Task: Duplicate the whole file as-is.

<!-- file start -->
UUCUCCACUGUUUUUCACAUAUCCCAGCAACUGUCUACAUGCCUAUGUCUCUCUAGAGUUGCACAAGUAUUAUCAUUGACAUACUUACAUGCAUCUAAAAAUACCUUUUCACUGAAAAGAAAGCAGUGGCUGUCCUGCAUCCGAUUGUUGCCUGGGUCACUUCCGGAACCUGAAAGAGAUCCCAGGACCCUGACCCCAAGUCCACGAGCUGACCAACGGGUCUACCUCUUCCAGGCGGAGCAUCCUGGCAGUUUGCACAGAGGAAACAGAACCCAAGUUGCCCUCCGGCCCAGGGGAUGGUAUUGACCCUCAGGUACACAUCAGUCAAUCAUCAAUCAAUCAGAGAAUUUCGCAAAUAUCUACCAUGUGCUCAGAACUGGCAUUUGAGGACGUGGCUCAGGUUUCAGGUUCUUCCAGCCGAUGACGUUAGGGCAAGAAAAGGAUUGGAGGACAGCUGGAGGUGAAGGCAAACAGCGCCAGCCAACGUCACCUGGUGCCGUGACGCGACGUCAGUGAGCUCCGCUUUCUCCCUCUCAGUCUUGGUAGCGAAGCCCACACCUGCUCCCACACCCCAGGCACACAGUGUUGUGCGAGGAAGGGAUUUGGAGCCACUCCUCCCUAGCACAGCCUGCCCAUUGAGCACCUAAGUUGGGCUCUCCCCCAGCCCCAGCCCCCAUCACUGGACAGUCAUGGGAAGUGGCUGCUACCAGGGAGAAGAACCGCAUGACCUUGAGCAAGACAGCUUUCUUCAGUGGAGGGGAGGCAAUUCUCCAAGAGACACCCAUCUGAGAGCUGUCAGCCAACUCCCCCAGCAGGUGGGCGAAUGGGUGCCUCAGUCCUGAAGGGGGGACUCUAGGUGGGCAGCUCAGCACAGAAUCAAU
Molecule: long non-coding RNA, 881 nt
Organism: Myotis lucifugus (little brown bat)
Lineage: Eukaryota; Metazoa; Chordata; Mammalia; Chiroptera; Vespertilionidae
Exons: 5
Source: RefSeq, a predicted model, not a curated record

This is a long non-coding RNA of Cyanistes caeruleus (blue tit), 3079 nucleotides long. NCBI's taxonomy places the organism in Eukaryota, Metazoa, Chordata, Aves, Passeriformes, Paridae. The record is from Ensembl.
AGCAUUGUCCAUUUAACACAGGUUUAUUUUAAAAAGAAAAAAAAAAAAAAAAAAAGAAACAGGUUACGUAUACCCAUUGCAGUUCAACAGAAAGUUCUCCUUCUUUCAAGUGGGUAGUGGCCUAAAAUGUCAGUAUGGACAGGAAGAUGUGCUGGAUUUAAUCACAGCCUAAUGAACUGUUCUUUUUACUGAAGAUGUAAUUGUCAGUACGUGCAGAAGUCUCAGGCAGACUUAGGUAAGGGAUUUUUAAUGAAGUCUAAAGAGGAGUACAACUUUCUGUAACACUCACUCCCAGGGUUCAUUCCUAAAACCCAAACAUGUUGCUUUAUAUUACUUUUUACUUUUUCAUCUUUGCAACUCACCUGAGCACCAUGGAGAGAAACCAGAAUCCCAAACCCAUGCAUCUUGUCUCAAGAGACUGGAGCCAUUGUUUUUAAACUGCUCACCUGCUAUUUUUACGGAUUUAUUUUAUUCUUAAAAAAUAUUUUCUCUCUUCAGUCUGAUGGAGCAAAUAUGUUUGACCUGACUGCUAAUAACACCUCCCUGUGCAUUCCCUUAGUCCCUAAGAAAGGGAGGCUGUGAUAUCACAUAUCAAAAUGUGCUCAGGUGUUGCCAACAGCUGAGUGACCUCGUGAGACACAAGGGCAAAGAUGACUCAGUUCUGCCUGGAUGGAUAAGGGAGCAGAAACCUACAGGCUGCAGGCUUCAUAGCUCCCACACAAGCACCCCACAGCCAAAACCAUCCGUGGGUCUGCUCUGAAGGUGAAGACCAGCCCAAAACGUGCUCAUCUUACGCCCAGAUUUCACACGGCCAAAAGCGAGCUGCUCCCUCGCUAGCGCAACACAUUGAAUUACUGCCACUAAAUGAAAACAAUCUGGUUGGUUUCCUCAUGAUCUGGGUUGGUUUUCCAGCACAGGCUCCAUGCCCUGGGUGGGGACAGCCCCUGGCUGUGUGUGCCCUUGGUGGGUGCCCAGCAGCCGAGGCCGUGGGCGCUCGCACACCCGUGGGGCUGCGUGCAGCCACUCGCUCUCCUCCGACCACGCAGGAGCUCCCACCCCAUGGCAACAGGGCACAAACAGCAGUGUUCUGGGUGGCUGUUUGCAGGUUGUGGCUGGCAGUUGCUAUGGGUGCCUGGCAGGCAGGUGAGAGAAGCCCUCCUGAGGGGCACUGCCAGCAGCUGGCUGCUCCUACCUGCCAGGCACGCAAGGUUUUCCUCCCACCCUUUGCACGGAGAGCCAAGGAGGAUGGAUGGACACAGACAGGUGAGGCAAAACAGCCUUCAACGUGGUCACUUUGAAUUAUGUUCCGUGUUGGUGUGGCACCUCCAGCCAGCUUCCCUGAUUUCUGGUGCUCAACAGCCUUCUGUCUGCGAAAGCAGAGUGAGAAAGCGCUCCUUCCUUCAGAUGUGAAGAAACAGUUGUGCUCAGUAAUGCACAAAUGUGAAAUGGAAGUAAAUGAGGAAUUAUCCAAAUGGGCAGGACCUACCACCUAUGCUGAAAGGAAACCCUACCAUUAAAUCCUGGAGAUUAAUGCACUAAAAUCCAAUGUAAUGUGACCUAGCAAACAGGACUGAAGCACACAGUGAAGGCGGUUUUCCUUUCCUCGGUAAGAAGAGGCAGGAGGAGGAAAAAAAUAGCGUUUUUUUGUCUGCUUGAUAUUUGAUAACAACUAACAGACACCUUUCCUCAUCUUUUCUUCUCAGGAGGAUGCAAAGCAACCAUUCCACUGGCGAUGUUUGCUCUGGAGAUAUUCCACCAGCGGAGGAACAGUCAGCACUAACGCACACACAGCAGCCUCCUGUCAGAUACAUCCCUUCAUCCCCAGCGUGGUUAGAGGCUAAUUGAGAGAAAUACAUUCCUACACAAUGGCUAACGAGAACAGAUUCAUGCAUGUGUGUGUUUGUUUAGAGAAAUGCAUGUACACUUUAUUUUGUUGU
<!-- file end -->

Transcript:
UUCUCCACUGUUUUUCACAUAUCCCAGCAACUGUCUACAUGCCUAUGUCUCUCUAGAGUUGCACAAGUAUUAUCAUUGACAUACUUACAUGCAUCUAAAAAUACCUUUUCACUGAAAAGAAAGCAGUGGCUGUCCUGCAUCCGAUUGUUGCCUGGGUCACUUCCGGAACCUGAAAGAGAUCCCAGGACCCUGACCCCAAGUCCACGAGCUGACCAACGGGUCUACCUCUUCCAGGCGGAGCAUCCUGGCAGUUUGCACAGAGGAAACAGAACCCAAGUUGCCCUCCGGCCCAGGGGAUGGUAUUGACCCUCAGGUACACAUCAGUCAAUCAUCAAUCAAUCAGAGAAUUUCGCAAAUAUCUACCAUGUGCUCAGAACUGGCAUUUGAGGACGUGGCUCAGGUUUCAGGUUCUUCCAGCCGAUGACGUUAGGGCAAGAAAAGGAUUGGAGGACAGCUGGAGGUGAAGGCAAACAGCGCCAGCCAACGUCACCUGGUGCCGUGACGCGACGUCAGUGAGCUCCGCUUUCUCCCUCUCAGUCUUGGUAGCGAAGCCCACACCUGCUCCCACACCCCAGGCACACAGUGUUGUGCGAGGAAGGGAUUUGGAGCCACUCCUCCCUAGCACAGCCUGCCCAUUGAGCACCUAAGUUGGGCUCUCCCCCAGCCCCAGCCCCCAUCACUGGACAGUCAUGGGAAGUGGCUGCUACCAGGGAGAAGAACCGCAUGACCUUGAGCAAGACAGCUUUCUUCAGUGGAGGGGAGGCAAUUCUCCAAGAGACACCCAUCUGAGAGCUGUCAGCCAACUCCCCCAGCAGGUGGGCGAAUGGGUGCCUCAGUCCUGAAGGGGGGACUCUAGGUGGGCAGCUCAGCACAGAAUCAAU
Molecule: long non-coding RNA, 881 nt
Organism: Myotis lucifugus (little brown bat)
Lineage: Eukaryota; Metazoa; Chordata; Mammalia; Chiroptera; Vespertilionidae
Exons: 5
Source: RefSeq, a predicted model, not a curated record

This is a long non-coding RNA of Cyanistes caeruleus (blue tit), 3079 nucleotides long. NCBI's taxonomy places the organism in Eukaryota, Metazoa, Chordata, Aves, Passeriformes, Paridae. The record is from Ensembl.
AGCAUUGUCCAUUUAACACAGGUUUAUUUUAAAAAGAAAAAAAAAAAAAAAAAAAGAAACAGGUUACGUAUACCCAUUGCAGUUCAACAGAAAGUUCUCCUUCUUUCAAGUGGGUAGUGGCCUAAAAUGUCAGUAUGGACAGGAAGAUGUGCUGGAUUUAAUCACAGCCUAAUGAACUGUUCUUUUUACUGAAGAUGUAAUUGUCAGUACGUGCAGAAGUCUCAGGCAGACUUAGGUAAGGGAUUUUUAAUGAAGUCUAAAGAGGAGUACAACUUUCUGUAACACUCACUCCCAGGGUUCAUUCCUAAAACCCAAACAUGUUGCUUUAUAUUACUUUUUACUUUUUCAUCUUUGCAACUCACCUGAGCACCAUGGAGAGAAACCAGAAUCCCAAACCCAUGCAUCUUGUCUCAAGAGACUGGAGCCAUUGUUUUUAAACUGCUCACCUGCUAUUUUUACGGAUUUAUUUUAUUCUUAAAAAAUAUUUUCUCUCUUCAGUCUGAUGGAGCAAAUAUGUUUGACCUGACUGCUAAUAACACCUCCCUGUGCAUUCCCUUAGUCCCUAAGAAAGGGAGGCUGUGAUAUCACAUAUCAAAAUGUGCUCAGGUGUUGCCAACAGCUGAGUGACCUCGUGAGACACAAGGGCAAAGAUGACUCAGUUCUGCCUGGAUGGAUAAGGGAGCAGAAACCUACAGGCUGCAGGCUUCAUAGCUCCCACACAAGCACCCCACAGCCAAAACCAUCCGUGGGUCUGCUCUGAAGGUGAAGACCAGCCCAAAACGUGCUCAUCUUACGCCCAGAUUUCACACGGCCAAAAGCGAGCUGCUCCCUCGCUAGCGCAACACAUUGAAUUACUGCCACUAAAUGAAAACAAUCUGGUUGGUUUCCUCAUGAUCUGGGUUGGUUUUCCAGCACAGGCUCCAUGCCCUGGGUGGGGACAGCCCCUGGCUGUGUGUGCCCUUGGUGGGUGCCCAGCAGCCGAGGCCGUGGGCGCUCGCACACCCGUGGGGCUGCGUGCAGCCACUCGCUCUCCUCCGACCACGCAGGAGCUCCCACCCCAUGGCAACAGGGCACAAACAGCAGUGUUCUGGGUGGCUGUUUGCAGGUUGUGGCUGGCAGUUGCUAUGGGUGCCUGGCAGGCAGGUGAGAGAAGCCCUCCUGAGGGGCACUGCCAGCAGCUGGCUGCUCCUACCUGCCAGGCACGCAAGGUUUUCCUCCCACCCUUUGCACGGAGAGCCAAGGAGGAUGGAUGGACACAGACAGGUGAGGCAAAACAGCCUUCAACGUGGUCACUUUGAAUUAUGUUCCGUGUUGGUGUGGCACCUCCAGCCAGCUUCCCUGAUUUCUGGUGCUCAACAGCCUUCUGUCUGCGAAAGCAGAGUGAGAAAGCGCUCCUUCCUUCAGAUGUGAAGAAACAGUUGUGCUCAGUAAUGCACAAAUGUGAAAUGGAAGUAAAUGAGGAAUUAUCCAAAUGGGCAGGACCUACCACCUAUGCUGAAAGGAAACCCUACCAUUAAAUCCUGGAGAUUAAUGCACUAAAAUCCAAUGUAAUGUGACCUAGCAAACAGGACUGAAGCACACAGUGAAGGCGGUUUUCCUUUCCUCGGUAAGAAGAGGCAGGAGGAGGAAAAAAAUAGCGUUUUUUUGUCUGCUUGAUAUUUGAUAACAACUAACAGACACCUUUCCUCAUCUUUUCUUCUCAGGAGGAUGCAAAGCAACCAUUCCACUGGCGAUGUUUGCUCUGGAGAUAUUCCACCAGCGGAGGAACAGUCAGCACUAACGCACACACAGCAGCCUCCUGUCAGAUACAUCCCUUCAUCCCCAGCGUGGUUAGAGGCUAAUUGAGAGAAAUACAUUCCUACACAAUGGCUAACGAGAACAGAUUCAUGCAUGUGUGUGUUUGUUUAGAGAAAUGCAUGUACACUUUAUUUUGUUGU